I would suggest cutting all your pieces before the glueing stage, I was cutting mine one at a time but there was an awful lot of hand washing in between!  Cut longer than you think you will need, the excess can be trimmed away once it's all dry.

I then started to drape the wavy pieces of the spider web - the end pieces can be put off to one side for later trimming, just make sure you keep the shape you want right to the edge.

When I thought I was finished, I set it out in the sunshine to dry - I had to secure the edges of the clingfilm with pegs as the breeze was blowing it over the glue.

At this point I decided it needed a bit more so I added 2 more straight pieces (one on either side at the widest points) and an extra little wavy piece close to the top.  Here it is with the extra pieces, and partially trimmed.

I left it to dry overnight then I carefully peeled it away from the plastic - it is still quite pliable but if you're gentle, it will keep it's shape.

Trim the ends as desired.  You will find that some dried glue remains (see below), this can be gottten rid of by snipping it off with scissors.

I had planned to paint this white initially, but actually I quite liked the way it looked - I know it may not be spooky, dark orange, but the colour still fits in with the autumn/halloween season...right?

I put it up on the mirror above my mantle, but it could look nice in the top of a doorway, or in a window.  I tucked the ends between the mirror and the frame, and put a tiny piece of white sticky tac on the back of every other joint to hold it in place.

Watch this space for a spider to go with the web!

Nikki x

Linked with

Remodelaholic Link Party 
Momnivore's Dilemma - Halloween Link Party

Friday, 23 September 2011

Papier Mache Pumpkin

I actually made this for Halloween 2010, but since I didn't have a blog then, I couldn't share it - since it's that time of year I thought now would be a good time to post it!

Scot over at Stolloween is simply AMAZING with papier mache, and has a great tutorial for making all kinds of scary looking pumpkins, as well as many other dastardly and evil looking characters!  Check out his pumpkins tutorial.  Here is my version:

I didn't take any pictures before the papier mache process was started, but you will see on the lower half that my garbage bag is stuffed full of scrunched up paper and wound around with string to try to create a pumpkin shape.  I made the stalk with a rolled up newspaper and taped/glued it in place, then began the first layer of papier mache (I used a simple flour, salt and water paste and old newspapers).

Here it is after 4 layers of papier mache - the final layer I used plain white newsprint so I wouldn't have to cover up all the earlier ink with paint, leaving me with a nice, clean base.  You might notice I also chopped down my stalk as felt the original was WAY too long!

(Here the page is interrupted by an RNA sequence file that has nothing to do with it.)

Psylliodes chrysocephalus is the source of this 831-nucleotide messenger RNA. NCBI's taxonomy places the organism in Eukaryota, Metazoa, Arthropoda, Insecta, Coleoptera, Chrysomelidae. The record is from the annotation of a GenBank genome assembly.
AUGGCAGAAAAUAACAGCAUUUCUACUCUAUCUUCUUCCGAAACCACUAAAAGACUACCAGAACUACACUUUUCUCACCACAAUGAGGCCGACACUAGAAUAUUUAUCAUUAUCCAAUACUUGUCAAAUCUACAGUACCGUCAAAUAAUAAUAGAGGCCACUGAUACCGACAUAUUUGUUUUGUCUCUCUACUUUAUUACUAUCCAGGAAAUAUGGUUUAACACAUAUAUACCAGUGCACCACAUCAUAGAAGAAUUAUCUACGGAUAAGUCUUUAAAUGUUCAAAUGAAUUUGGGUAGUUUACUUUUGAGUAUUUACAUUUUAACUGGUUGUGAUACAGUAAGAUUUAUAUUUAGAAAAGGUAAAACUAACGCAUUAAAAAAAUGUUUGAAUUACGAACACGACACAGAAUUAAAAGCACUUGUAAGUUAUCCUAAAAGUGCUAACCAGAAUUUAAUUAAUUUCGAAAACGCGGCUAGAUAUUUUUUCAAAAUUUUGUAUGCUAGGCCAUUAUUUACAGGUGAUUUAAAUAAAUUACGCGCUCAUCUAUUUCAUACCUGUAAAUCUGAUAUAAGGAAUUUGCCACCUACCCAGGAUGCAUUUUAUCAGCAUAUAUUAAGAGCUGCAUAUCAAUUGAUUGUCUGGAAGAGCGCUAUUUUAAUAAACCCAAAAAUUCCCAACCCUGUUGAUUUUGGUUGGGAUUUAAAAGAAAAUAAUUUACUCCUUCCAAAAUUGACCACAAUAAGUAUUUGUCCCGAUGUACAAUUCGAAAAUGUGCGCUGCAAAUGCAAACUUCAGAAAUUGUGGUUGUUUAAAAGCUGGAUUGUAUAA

It was a bit lumpy in parts where I didn't want lumps, and not lumpy enough in some places I did, but some of that will be rectified in the next step, and as for the others...well, they make my pumpkin gnarly and one-of-a-kind!

I cut out a hole in the base of the pumpkin and removed the bag and all the scrunched paper.

Now it was time to add some definition, particularly to the top of the pumpkin, trying to define all those seperate pieces which may not have translated very well after those layers of papier mache.  I decided to use (for the very first time) drier lint clay, so had saved a load of lint just for this purpose.

I made it by cooking it with a bit of water and some flour added in (you can find many dryer lint clay recipes if you search online).  I have to say, I don't think I will ever use it again, I absolutely HATED the way it felt in my hands - UGH.  Nevertheless, I had it there so decided to push on for this project at least!

Here is my pumpkin out to dry in the sunshine!  You can see the darker grey areas around the top and the stalk where my clay has been added - at this point, I had also drawn my face on too, ready to be cut out.

I carefully cut out the face using an exacto knife.

The next part was reinforcing all the holes I just cut out - I used strips of cereal boxes and a glue gun to do this, making sure they protruded out more than in.

Then more of that icky dryer lint clay (I'm all for keeping things out of landfill but that stuff is just GROSS!) to build up around the eyes, mouth and nose.

While the clay was drying around the features, I stuffed some paper into the mouth to help it hold its shape and not droop with the wet weight of the clay.  Unfortunately I was a bit too eager to take them out so in the end his mouth did sag a little, but I still think he looks suitable nasty!

Next up was a coat of black craft paint:

It was really quite hard to paint the inside of this pumpkin, I think if I made another in the future I would make my first layer of papier mache black construction paper to save having to paint the interior at all.